Often, the music recorded on spec by library companies was never licensed. Since then, many of the tracks have lain unheard in the vaults of music libraries like De Wolfe Music. That was no surprise, because during the sixties and seventies, which was the golden age for library music, and indeed De Wolfe Music, when a vast quantity of music was recorded in the hope that it would be licensed and used in films, television or radio.

Sometimes that proved to be the case; especially during the sixties and seventies, when the music created by these groups of largely anonymous composers, musicians and producers provided the soundtrack to some of the biggest television programmes on British television, to cartoons, current affairs to quiz shows. Many of these themes became part of the soundtrack to British life and are fondly remembered by a generation of adults. However, not everyone in Britain was a fan of library music. This includes the ten tracks that feature on Themes About The House-From The De Wolfe Music Library.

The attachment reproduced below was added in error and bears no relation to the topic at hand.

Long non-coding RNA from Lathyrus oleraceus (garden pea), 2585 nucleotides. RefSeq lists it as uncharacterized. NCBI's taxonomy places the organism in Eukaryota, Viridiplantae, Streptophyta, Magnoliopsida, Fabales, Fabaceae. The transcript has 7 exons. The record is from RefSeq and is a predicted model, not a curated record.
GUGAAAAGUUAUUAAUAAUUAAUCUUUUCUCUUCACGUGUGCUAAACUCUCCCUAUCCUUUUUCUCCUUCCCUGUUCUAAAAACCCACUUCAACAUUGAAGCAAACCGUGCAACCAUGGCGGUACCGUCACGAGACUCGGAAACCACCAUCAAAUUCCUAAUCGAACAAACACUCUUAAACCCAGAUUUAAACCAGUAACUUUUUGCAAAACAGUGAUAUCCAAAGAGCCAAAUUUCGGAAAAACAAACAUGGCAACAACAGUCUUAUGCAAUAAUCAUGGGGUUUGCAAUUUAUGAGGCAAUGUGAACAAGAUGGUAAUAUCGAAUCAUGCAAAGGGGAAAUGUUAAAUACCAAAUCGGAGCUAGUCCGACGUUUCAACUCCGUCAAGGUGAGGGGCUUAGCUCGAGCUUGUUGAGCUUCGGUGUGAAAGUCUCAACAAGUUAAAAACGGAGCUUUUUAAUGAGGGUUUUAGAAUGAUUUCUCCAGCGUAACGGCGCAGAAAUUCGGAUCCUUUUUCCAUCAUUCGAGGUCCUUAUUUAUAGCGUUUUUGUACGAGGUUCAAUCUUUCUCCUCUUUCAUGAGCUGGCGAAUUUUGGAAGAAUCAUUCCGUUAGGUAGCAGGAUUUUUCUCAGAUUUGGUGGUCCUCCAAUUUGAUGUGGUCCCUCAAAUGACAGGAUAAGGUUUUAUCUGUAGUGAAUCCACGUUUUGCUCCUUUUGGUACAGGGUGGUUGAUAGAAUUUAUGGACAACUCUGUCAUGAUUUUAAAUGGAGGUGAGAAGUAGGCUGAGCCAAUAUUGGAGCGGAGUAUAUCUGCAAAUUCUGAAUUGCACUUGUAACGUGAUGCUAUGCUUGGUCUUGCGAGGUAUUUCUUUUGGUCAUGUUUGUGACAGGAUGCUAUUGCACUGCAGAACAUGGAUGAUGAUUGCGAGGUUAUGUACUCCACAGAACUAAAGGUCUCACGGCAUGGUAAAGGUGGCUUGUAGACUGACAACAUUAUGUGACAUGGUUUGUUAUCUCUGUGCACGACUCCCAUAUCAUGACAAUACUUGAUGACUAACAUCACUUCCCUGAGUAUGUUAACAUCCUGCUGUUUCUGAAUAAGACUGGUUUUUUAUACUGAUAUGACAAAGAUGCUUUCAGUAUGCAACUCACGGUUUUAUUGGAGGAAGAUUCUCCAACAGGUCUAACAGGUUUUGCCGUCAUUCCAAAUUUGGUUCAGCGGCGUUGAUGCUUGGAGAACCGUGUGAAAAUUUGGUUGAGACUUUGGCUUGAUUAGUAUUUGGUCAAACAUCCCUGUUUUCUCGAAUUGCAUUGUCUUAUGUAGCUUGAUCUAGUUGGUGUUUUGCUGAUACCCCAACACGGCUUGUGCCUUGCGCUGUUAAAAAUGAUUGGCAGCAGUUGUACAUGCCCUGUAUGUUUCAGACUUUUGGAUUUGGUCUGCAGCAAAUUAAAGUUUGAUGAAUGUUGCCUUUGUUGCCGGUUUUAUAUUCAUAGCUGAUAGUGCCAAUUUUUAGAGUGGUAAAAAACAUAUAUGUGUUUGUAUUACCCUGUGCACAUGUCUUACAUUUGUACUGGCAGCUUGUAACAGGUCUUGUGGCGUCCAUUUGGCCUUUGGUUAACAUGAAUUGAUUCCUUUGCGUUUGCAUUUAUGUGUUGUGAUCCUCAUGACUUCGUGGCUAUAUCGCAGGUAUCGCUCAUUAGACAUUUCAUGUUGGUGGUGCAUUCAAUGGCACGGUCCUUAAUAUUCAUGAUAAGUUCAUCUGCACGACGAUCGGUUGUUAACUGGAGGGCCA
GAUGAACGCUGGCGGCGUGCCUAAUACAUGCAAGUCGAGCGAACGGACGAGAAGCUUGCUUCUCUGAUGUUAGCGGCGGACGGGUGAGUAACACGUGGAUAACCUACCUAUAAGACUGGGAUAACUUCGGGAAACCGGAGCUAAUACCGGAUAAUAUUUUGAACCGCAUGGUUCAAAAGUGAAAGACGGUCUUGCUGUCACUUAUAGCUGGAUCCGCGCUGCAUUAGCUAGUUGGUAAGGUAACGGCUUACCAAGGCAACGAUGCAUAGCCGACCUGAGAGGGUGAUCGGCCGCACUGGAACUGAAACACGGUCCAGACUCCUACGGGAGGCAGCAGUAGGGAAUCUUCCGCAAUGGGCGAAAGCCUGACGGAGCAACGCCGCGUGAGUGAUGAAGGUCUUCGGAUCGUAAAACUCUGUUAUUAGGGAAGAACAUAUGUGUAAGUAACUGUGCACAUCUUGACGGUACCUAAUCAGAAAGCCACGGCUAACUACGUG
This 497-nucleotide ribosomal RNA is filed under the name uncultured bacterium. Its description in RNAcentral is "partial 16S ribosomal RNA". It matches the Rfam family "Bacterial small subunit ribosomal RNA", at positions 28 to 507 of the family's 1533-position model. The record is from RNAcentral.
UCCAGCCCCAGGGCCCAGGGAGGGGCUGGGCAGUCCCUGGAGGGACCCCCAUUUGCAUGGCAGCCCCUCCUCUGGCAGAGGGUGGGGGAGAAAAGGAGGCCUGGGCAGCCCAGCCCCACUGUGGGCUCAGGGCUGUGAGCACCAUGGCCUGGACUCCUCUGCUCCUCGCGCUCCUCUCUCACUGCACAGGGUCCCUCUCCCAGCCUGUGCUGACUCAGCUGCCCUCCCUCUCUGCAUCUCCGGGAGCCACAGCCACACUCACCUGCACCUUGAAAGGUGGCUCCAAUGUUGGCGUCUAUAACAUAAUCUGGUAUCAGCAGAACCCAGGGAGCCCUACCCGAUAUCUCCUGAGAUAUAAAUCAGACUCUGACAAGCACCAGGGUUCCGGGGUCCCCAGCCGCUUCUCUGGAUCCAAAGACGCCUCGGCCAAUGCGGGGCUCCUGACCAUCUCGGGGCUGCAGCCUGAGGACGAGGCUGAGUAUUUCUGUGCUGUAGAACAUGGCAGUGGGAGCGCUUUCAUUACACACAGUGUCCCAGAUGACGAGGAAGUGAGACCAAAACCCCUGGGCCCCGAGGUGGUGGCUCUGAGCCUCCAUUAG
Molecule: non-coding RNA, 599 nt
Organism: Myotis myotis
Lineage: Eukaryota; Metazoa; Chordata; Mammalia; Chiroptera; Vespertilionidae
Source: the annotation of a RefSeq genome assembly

These ten tracks on Themes About The House-From The De Wolfe Music Library which is pressed on 10” vinyl transport the listener back the seventies, which was a golden age for not just for music, but television and indeed library music. Proof of that is the music on  Themes About The House-From The De Wolfe Music Library

Side One.

Side one of Themes About The House-From The De Wolfe Music Library opens with The International Studio Orchestra’s recording of Eye Level which was penned by Jack Trombey which was the moniker of Dutch composer Jan Stoeckart. Eye Level became the theme to the Dutch detective series Van Der Valk when it made its debut in 1972 and was a surprise hit single in 1973.

Alas that wasn’t the case with Peter Reno’s The Greatest Show On Earth which was recorded by the Tilsley Orchestral and featured on their 1969 album Tilsley Orchestral No. 4. The Greatest Show On Earth went on to become the theme to  Queenie’s Castle between 1970 and 1972.